The consultant will be required to provide the following:

• Systematic step by step approach that will result in a status change from Aspiring Geopark to UNESCO Global Geopark designation;

• All requirements related to maintaining long term UNESCO Global Geopark status;

• Strategies that could lead to long term financial sustainability; and,

• Detailed costs.

Resolution Regarding 15 per cent Holdback:

Mayor Smith presented her argument to the floor at UBCM in support of the District of Barriere’s resolution regarding the reduction of the 15 per cent holdback by UBCM on projects being reduced to 10 per cent and being released at the end of each project phase instead of at final completion of the entire project.

Our resolution has been endorsed by the membership.

Bradford Wells Update:

BC Groundwater has commenced production well drilling at Bradford Park with JR Drilling. Thierry Carriou reports that, “The Ø 6” pilot bore was successfully completed on the 27th to a depth of 300 feet.

The target aquifer at Production Well No. 1 (PW1) is very productive. It is similar to the test well, but thinner (48 ft vs. 60 ft) and grading to a more uniform sandy matrix. We are pleased with the results and they are consistent with the geology of this area. The Ø 6” pilot casing has been removed in preparation  for drilling the larger production well casing. Drill cuttings are being processed at our soils lab in Kamloops to fine-tune the screen design for ordering.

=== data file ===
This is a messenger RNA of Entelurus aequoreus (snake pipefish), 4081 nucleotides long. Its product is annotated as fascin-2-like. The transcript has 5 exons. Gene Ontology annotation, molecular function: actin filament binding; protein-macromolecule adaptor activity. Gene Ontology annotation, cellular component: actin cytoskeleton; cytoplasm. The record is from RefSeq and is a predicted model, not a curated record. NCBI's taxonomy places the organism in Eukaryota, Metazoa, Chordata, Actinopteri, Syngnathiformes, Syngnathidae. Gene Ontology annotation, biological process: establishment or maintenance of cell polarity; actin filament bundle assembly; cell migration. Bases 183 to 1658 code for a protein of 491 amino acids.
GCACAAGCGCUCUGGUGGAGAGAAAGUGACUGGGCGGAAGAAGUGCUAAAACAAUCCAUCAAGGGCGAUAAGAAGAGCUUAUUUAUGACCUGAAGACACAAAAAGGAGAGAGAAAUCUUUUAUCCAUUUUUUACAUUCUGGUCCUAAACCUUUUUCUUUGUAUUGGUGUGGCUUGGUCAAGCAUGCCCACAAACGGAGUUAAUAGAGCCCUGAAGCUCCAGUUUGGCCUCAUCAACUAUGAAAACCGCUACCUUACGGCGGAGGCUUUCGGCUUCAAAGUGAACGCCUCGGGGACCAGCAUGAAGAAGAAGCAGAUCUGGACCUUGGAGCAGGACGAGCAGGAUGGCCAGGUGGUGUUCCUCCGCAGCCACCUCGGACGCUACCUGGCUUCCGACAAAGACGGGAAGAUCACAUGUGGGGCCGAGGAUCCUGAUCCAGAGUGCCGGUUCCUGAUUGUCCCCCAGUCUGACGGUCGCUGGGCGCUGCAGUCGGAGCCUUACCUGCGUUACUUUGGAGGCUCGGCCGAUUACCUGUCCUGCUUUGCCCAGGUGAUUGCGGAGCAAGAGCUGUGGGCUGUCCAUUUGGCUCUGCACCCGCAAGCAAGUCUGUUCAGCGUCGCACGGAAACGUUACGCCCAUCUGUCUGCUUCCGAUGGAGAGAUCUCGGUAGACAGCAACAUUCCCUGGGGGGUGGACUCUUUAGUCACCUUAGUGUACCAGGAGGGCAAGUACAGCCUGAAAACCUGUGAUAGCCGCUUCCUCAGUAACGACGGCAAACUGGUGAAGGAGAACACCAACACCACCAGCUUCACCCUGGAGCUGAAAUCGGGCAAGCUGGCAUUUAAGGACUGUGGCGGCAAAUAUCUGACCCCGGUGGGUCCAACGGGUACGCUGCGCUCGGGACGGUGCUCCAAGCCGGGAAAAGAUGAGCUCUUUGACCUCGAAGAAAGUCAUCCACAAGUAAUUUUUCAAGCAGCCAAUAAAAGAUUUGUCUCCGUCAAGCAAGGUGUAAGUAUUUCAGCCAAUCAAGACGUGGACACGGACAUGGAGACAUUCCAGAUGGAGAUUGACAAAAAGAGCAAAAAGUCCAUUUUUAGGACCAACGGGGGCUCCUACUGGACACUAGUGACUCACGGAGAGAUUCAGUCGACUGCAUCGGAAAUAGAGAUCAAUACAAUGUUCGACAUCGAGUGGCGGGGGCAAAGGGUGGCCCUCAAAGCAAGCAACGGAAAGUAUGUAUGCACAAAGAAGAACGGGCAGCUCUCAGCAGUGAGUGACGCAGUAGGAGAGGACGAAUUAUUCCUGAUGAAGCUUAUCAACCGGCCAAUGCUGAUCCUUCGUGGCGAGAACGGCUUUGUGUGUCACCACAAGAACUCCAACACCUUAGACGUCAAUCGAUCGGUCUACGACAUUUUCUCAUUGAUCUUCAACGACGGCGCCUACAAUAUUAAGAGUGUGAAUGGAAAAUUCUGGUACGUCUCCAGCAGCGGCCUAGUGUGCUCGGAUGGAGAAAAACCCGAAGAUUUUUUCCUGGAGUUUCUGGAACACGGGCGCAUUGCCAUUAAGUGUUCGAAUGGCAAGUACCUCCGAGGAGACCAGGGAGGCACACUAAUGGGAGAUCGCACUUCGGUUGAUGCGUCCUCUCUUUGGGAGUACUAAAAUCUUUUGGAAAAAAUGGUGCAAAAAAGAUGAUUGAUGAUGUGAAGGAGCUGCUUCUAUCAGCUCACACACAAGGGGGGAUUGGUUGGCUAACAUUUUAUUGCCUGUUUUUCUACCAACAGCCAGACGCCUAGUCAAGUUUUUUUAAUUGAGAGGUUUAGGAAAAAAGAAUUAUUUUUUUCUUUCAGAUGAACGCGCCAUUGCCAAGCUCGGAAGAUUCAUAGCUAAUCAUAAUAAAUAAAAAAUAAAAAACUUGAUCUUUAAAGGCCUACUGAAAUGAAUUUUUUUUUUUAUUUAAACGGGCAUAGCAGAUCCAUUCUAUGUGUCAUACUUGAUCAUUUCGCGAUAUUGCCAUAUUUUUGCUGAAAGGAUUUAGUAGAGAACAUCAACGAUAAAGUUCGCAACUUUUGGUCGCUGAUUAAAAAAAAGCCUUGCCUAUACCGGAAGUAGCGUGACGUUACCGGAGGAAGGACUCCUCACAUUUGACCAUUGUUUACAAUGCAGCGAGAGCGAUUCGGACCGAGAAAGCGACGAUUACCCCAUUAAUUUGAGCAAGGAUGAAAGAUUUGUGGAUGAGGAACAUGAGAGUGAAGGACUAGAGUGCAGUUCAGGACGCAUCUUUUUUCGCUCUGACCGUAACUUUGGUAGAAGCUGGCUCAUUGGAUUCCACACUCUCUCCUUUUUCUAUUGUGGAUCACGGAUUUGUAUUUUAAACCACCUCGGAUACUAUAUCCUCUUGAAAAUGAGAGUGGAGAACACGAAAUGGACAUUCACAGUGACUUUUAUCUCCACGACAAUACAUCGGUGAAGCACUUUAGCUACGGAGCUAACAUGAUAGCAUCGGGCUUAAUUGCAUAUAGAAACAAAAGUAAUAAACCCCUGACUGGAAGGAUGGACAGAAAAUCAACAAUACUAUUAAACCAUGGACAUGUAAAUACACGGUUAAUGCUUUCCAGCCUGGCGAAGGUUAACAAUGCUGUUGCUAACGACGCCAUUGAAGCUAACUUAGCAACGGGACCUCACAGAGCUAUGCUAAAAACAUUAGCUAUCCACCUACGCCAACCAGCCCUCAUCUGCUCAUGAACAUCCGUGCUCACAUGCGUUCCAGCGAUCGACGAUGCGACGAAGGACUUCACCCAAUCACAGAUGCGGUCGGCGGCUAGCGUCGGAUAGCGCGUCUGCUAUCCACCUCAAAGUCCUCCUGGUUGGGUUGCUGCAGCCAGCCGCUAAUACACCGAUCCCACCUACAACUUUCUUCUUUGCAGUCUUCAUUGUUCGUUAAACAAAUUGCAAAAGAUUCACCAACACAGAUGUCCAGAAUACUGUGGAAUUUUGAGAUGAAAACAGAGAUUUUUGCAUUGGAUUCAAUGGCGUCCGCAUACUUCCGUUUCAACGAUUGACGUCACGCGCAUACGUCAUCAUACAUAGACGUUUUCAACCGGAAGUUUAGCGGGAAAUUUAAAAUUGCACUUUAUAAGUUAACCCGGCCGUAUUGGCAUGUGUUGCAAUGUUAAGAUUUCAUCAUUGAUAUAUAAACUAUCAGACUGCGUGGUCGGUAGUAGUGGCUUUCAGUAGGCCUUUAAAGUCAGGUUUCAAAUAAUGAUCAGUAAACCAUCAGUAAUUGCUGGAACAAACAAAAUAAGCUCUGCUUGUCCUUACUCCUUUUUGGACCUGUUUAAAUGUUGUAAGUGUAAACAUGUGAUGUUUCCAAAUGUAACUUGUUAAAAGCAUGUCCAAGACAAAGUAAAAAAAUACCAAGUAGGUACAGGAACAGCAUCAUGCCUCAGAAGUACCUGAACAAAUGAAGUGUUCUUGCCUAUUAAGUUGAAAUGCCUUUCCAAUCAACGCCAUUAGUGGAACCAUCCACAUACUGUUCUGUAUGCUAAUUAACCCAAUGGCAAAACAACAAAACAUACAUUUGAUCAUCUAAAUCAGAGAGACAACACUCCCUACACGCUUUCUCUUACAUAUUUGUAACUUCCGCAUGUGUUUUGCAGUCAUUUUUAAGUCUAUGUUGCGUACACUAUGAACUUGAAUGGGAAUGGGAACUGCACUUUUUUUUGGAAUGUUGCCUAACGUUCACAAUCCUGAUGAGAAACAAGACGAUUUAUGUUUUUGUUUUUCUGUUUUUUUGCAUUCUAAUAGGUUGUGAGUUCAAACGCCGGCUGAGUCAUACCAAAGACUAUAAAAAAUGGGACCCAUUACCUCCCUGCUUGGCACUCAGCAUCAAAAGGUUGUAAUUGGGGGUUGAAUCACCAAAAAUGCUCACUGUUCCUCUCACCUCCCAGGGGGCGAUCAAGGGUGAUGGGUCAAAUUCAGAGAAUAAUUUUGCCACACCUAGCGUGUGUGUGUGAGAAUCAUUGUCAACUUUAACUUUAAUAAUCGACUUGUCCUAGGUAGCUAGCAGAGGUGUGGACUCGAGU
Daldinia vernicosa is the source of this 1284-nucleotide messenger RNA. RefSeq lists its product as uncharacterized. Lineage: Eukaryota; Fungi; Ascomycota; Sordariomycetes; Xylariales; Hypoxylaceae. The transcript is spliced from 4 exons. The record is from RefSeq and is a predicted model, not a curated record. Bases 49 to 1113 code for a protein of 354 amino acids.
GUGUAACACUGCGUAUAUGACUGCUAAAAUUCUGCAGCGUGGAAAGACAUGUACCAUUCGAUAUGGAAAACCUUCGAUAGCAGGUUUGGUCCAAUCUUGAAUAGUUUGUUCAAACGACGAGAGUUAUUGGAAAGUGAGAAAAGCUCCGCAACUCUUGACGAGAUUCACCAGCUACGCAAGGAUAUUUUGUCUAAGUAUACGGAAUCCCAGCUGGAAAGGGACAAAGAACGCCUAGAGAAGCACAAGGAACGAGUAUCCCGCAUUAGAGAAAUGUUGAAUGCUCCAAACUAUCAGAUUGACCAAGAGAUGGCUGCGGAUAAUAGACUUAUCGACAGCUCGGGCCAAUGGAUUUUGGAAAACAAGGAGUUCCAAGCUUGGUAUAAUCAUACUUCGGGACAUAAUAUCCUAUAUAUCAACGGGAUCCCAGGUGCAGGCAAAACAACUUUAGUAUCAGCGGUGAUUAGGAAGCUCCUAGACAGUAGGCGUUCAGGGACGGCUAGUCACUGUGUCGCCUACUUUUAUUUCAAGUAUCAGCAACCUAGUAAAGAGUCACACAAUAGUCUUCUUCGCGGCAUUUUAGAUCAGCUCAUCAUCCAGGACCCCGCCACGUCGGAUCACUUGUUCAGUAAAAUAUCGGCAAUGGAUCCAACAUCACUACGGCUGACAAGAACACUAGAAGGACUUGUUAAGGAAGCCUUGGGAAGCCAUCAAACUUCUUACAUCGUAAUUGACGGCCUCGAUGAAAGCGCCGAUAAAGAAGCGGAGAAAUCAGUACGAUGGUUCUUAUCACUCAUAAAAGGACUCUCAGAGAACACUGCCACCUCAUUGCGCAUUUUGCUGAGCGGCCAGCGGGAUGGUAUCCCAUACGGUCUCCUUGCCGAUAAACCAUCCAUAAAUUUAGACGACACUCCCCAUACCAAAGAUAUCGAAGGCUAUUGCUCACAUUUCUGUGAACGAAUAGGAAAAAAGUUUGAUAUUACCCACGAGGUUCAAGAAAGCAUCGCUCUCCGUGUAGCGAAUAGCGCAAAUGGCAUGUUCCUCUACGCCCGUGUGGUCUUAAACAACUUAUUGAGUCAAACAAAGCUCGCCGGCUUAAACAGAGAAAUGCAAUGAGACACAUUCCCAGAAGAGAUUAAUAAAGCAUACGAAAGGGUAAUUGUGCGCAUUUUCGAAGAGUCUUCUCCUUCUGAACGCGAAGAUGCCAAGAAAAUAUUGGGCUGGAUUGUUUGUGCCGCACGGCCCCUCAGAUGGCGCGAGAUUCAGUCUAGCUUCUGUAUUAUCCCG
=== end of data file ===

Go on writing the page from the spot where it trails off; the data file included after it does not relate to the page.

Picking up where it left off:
The only surprise to report is that the PW1 pilot bore intercepted a very dense (hard) confining layer from 207 – 227 ft. This was not observed in the test wells drilled in 2009 or 2016. We are taking precautions as this has the potential to damage the Ø 12” production casing.